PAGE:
SYNLAB Food Institute offers you an extensive program of analysis and expert consultation for issues relating to fodder and animal feed.
Our experts support you as follows:
- recommendations on the analysis scope for individual and compound fodder
- quality-assured analysis of your samples
- consultation and support in the rollout of a quality management program (QA, GMP+, AMA Pastus+)
- analysis within the framework of various monitoring programs (QA, GMP+, etc.)
- consultation on feeding with accompanying analysis in regard to performance-specific portioning
General analysis to determine the calorific and nutritional value
Ideal nutrition for farm livestock and pets requires knowledge of the nutrient, active component and energy requirements.
Fodder cannot be used meaningfully without knowledge of its composition. Detailed information on the nutrient composition and the calorific value requires analysis of the individual feed materials, i.e. the portions/mixtures.
We offer nutrient analyses for feed materials.
The nutrient analysis can then be taken to calculate the nutritional value of the fodder according to current food laws.
Minerals, vitamins and amino acids
Minerals are essential substances that the organism cannot produce endogenously. Analysis can provide information on the current supply status.
They include bulk elements:
- calcium (Ca)
- potassium (K)
- magnesium (Mg)
- phosphorous (P)
- sodium (Na)
- chlorine (Cl)
- sulfur (S)
and trace elements:
- cobalt (Co)
- iron (Fe)
- copper (Cu)
- manganese (Mn)
- molybdenum (Mo)
- selenium (Se)
- silicon (Si)
- vanadium (V)
- zinc (Zn)
- fluorine (F)
- iodine (I)
2. Amino acid in fodder
Production of animal protein has an essential function within farm livestock. The amino acid requirements differ, depending on the species, physiological maturity and performance. Pronounced fluctuation in raw protein and amino acid contents in plant raw materials may occur according to the types, years of harvest and batches.
Amino acid fluctuation ranges in selected protein carriers are shown in the following table, based on lysine as an example.
||0,27 - 0,58 (MW = 0,39)
|Soy meal extract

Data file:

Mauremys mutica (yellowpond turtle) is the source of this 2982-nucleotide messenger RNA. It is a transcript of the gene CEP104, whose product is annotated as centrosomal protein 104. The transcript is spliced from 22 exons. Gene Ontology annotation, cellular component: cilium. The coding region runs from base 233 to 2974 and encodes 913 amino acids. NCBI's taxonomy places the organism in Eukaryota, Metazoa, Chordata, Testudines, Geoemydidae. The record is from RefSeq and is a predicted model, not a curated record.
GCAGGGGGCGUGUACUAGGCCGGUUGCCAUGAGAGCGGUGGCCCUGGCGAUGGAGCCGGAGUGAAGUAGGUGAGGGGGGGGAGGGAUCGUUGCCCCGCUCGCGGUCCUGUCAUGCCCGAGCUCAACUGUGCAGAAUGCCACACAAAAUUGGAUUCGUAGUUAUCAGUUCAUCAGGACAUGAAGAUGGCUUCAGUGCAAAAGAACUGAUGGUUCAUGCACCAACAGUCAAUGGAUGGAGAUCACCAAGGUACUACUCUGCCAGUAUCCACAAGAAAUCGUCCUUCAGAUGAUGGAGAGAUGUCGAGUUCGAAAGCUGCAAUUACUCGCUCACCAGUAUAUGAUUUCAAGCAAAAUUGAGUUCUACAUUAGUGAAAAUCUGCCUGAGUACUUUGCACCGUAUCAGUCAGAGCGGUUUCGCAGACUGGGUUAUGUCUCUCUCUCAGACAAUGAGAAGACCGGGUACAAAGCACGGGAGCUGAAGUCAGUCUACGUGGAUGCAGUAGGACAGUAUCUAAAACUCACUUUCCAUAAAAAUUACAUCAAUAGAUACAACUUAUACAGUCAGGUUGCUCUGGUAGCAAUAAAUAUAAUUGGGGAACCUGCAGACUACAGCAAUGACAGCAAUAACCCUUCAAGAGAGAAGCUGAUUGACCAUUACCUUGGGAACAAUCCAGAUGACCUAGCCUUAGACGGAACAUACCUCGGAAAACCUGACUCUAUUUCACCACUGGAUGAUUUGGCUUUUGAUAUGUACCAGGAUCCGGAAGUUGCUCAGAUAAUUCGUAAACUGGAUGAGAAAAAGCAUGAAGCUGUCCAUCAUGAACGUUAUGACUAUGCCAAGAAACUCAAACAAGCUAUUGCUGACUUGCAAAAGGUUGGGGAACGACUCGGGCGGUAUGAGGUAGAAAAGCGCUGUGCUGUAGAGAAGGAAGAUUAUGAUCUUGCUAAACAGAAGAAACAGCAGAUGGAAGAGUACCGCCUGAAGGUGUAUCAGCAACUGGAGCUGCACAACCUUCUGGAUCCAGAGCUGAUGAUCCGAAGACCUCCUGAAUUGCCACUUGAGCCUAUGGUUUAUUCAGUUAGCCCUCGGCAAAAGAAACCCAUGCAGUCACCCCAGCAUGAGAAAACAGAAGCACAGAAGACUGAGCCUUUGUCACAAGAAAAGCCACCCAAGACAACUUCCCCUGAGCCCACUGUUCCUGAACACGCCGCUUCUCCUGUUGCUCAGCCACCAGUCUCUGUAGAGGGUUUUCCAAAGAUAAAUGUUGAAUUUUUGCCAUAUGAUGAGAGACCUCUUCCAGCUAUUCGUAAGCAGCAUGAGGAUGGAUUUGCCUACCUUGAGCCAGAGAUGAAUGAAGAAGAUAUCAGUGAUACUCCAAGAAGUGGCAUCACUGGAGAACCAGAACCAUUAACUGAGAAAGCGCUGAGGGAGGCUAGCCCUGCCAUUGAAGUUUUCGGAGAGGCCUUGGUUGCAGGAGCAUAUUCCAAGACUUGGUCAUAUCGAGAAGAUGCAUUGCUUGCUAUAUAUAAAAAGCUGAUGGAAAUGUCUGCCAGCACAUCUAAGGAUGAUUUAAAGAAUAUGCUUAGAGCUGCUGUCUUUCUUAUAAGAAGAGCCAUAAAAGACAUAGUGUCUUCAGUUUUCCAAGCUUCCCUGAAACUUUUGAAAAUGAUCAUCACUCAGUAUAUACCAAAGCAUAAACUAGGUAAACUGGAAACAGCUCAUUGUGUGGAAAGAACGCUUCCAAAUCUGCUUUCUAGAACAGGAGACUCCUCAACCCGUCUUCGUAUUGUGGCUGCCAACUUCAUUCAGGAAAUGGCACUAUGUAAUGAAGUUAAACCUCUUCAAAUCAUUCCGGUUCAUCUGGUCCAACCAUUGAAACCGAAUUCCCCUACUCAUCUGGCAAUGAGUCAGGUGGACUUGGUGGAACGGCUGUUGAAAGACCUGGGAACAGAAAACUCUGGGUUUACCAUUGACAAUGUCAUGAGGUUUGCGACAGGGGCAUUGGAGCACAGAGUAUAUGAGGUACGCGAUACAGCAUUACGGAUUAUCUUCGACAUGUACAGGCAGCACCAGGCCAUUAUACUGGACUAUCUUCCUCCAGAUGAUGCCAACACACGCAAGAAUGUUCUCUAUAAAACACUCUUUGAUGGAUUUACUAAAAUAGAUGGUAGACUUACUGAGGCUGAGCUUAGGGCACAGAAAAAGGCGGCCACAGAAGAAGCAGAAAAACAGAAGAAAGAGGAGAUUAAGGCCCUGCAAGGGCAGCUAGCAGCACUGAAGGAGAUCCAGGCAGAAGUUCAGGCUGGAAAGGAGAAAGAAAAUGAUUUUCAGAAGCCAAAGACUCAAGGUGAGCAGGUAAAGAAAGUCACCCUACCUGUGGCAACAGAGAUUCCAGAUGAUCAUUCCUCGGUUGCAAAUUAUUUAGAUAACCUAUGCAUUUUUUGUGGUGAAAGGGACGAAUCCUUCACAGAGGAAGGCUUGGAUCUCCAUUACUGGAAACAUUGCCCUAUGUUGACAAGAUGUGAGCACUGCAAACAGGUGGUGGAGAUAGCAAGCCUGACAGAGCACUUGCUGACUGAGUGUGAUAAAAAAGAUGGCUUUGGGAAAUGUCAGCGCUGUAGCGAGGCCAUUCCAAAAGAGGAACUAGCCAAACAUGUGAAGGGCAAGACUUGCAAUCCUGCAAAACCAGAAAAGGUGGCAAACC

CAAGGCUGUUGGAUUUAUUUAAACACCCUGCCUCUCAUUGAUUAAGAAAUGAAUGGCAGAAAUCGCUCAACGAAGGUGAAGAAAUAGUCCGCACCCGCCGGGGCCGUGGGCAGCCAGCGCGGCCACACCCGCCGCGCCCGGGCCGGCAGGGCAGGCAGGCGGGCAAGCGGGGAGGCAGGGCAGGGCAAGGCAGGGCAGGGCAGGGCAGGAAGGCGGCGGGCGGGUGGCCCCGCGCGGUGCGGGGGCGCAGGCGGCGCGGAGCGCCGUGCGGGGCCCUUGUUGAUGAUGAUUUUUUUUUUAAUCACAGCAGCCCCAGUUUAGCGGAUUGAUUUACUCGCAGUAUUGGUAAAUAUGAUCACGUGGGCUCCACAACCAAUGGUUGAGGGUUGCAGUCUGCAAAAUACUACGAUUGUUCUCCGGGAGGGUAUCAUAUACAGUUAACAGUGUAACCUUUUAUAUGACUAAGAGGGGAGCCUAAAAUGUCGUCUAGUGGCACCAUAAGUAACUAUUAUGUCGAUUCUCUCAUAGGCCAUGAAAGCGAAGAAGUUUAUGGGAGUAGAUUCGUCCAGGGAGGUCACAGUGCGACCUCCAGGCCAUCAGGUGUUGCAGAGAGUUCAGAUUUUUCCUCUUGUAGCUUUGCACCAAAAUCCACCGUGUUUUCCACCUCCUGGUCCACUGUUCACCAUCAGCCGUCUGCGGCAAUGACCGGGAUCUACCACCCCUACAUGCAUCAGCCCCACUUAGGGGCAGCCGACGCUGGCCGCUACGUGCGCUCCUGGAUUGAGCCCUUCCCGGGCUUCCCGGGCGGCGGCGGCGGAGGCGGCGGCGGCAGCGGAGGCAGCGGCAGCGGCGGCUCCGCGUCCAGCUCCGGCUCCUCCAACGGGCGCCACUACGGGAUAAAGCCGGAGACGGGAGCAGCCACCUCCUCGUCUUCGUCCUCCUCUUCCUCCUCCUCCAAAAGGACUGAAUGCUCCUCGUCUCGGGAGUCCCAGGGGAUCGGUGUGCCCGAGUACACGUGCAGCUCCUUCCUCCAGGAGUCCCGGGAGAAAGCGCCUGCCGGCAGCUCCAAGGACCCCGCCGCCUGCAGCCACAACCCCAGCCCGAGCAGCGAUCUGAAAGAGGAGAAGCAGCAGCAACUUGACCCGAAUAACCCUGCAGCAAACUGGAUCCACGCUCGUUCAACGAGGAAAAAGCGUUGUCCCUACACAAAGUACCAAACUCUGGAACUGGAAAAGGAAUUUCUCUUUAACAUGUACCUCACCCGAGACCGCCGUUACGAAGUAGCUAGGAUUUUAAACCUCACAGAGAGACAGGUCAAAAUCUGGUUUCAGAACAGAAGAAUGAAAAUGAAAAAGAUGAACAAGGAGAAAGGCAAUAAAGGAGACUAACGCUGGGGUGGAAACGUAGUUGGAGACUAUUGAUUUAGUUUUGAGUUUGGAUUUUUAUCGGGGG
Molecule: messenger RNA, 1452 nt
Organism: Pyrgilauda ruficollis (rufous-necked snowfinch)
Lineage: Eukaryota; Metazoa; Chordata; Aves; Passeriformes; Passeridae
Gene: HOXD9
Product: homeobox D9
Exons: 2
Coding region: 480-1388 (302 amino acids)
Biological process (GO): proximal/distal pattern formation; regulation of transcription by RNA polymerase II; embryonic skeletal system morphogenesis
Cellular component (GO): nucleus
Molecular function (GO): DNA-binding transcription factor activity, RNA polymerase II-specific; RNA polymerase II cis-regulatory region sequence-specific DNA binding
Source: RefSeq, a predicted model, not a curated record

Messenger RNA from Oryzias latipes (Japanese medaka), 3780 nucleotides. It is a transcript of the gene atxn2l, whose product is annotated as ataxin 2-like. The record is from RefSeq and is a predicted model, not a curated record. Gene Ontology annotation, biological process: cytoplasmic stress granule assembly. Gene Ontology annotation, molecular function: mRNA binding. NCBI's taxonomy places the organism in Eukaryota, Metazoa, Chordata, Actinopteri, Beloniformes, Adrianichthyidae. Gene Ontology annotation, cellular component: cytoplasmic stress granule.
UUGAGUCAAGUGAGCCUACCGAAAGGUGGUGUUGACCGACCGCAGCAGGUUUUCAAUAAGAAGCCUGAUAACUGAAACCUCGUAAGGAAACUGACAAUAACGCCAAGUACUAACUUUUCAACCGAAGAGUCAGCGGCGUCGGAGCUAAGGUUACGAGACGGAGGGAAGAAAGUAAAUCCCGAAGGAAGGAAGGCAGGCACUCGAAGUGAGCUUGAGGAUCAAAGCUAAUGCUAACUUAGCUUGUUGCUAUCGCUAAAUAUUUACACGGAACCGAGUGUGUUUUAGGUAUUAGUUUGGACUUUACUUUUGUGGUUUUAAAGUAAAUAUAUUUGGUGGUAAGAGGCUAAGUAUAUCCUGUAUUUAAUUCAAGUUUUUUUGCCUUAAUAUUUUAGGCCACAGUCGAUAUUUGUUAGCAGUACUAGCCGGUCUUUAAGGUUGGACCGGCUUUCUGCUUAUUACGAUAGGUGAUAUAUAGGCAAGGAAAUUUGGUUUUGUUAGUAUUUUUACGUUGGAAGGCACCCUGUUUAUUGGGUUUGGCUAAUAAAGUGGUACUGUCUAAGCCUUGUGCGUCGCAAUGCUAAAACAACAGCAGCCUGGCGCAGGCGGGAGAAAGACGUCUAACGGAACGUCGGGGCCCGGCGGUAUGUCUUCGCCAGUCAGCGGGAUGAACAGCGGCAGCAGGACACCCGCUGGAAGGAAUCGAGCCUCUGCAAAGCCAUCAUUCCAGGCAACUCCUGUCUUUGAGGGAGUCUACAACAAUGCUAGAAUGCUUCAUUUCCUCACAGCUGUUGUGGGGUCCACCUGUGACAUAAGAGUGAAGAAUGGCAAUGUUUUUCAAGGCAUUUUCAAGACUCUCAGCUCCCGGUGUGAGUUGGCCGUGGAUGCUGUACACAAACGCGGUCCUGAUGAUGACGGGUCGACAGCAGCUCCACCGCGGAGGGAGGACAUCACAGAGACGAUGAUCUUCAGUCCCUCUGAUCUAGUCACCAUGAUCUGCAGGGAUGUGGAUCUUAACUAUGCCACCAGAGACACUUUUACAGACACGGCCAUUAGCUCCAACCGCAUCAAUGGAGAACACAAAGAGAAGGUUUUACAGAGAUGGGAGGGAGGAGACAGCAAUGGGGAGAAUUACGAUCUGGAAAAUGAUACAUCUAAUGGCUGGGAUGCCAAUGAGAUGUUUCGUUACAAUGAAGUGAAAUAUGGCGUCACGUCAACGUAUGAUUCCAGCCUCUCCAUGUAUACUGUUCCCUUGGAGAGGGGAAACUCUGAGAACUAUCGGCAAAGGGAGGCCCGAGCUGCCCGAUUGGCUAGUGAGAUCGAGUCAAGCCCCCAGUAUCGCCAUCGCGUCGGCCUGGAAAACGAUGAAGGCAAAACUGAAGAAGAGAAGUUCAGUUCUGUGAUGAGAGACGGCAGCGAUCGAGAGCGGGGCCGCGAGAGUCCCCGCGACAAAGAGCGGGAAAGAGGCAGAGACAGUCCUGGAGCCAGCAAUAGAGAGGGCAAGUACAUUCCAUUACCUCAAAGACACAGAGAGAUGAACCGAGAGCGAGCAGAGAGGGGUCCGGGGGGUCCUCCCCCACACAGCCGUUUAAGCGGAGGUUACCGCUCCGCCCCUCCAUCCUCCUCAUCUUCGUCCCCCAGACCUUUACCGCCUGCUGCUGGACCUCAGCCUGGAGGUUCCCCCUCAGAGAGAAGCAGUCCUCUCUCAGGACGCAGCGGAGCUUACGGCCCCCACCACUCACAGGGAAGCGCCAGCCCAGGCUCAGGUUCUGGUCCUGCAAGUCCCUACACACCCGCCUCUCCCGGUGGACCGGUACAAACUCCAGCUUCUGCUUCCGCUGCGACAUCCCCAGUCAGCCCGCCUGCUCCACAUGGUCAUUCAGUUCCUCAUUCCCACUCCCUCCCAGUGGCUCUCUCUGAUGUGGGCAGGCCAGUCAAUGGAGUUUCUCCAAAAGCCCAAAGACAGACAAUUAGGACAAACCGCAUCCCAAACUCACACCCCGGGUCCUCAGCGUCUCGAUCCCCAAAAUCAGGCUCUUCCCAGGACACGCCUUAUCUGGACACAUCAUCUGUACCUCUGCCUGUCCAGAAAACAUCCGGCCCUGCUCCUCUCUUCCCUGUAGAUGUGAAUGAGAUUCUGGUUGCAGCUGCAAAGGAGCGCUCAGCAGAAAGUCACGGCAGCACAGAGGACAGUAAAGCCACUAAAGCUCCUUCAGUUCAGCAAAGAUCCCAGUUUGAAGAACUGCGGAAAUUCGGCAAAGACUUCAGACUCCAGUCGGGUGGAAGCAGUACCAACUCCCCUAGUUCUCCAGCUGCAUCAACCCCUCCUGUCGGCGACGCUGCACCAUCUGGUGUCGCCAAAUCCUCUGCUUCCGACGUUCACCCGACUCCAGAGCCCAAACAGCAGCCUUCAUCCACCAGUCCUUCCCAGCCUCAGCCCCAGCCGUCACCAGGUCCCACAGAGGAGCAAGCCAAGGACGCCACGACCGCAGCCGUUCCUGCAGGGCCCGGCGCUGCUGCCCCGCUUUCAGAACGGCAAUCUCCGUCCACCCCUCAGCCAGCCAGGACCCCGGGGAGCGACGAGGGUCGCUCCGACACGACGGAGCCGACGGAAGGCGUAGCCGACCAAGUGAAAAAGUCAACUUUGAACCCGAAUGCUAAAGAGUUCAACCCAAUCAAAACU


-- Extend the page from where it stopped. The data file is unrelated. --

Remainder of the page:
||2,32 - 3,17 (MW = 2,87)
|Rape meal extract
||1,07 - 2,23 (MW = 1,81)
WHY IS ANALYSIS SENSIBLE?
It is necessary to be aware of the actual amino acid content in the raw materials in order to prepare an efficient and needs-based calculation of amino acid content in the mix. This knowledge will give you confidence in a decision on using synthetic amino acids. An undersupply of amino acids or a deficient amino acid/energy balance can precipitate latent and acute underperformance and lead to higher fodder costs. An oversupply of raw protein or individual amino acids is inefficient and increases nitrogen content in the manure.
OUR SERVICE FOR YOU
- Analysis of the complete amino acid spectrum with particular attention to the first limiting amino acids lysine, methionine, cysteine, threonine and tryptophan.
- Individual solutions for sampling and sample transport.
- Monitoring of the sampling cycles.
Vitamins are essential compounds for the physiology of most animals, which the organism needs for its vital functions. Vitamins must be included in daily nutrient intake.
Vitamins are classified either as fat-soluble vitamins (e.g. A, E, D and K) or water-soluble vitamins (B vitamins, vitamin C, niacin, folic acid, pantothenic acid, biotin), although they do not possess uniform chemical structures.
There are other substances as well that exhibit similarities with vitamins. A good example is taurine, which is used in cat food.
We would gladly advise you on the vitamin content in your fodder!
Contaminants and residues
Contaminants and microbial contamination
The term contaminants describes chemical substances that are not added to fodder deliberately. These substances can enter the fodder at different stages of production, processing or transport, or they may result from environmental pollution. Contaminants may present a risk to human and animal health.
Moreover, fodder may be contaminated by microorganisms that influence the quality of the fodder (e.g. spoilage) and hence can impair the subsequent health of the animal.
- Mould toxins/mycotoxins (deoxinivalenol (DON), zearalenone (ZEA), ochratoxin A, fumonisins, aflatoxins, etc.)
Drinking water analyses
Analysis of drinking water is performed according to the guidance provided by the Federal Ministry for Food and Agriculture (BMEL) and the initiative ‘Tierwohl’. This involves microbial and physicochemical analysis.
Additional analyses for silage
The following parameters are measured to determine the silage performance:
- pH-value and ammoniac
- Fermentation acids: acetic acid, butyric acid, propionic acid and lactic acid
An analysis for alcohol and nitrate is also offered.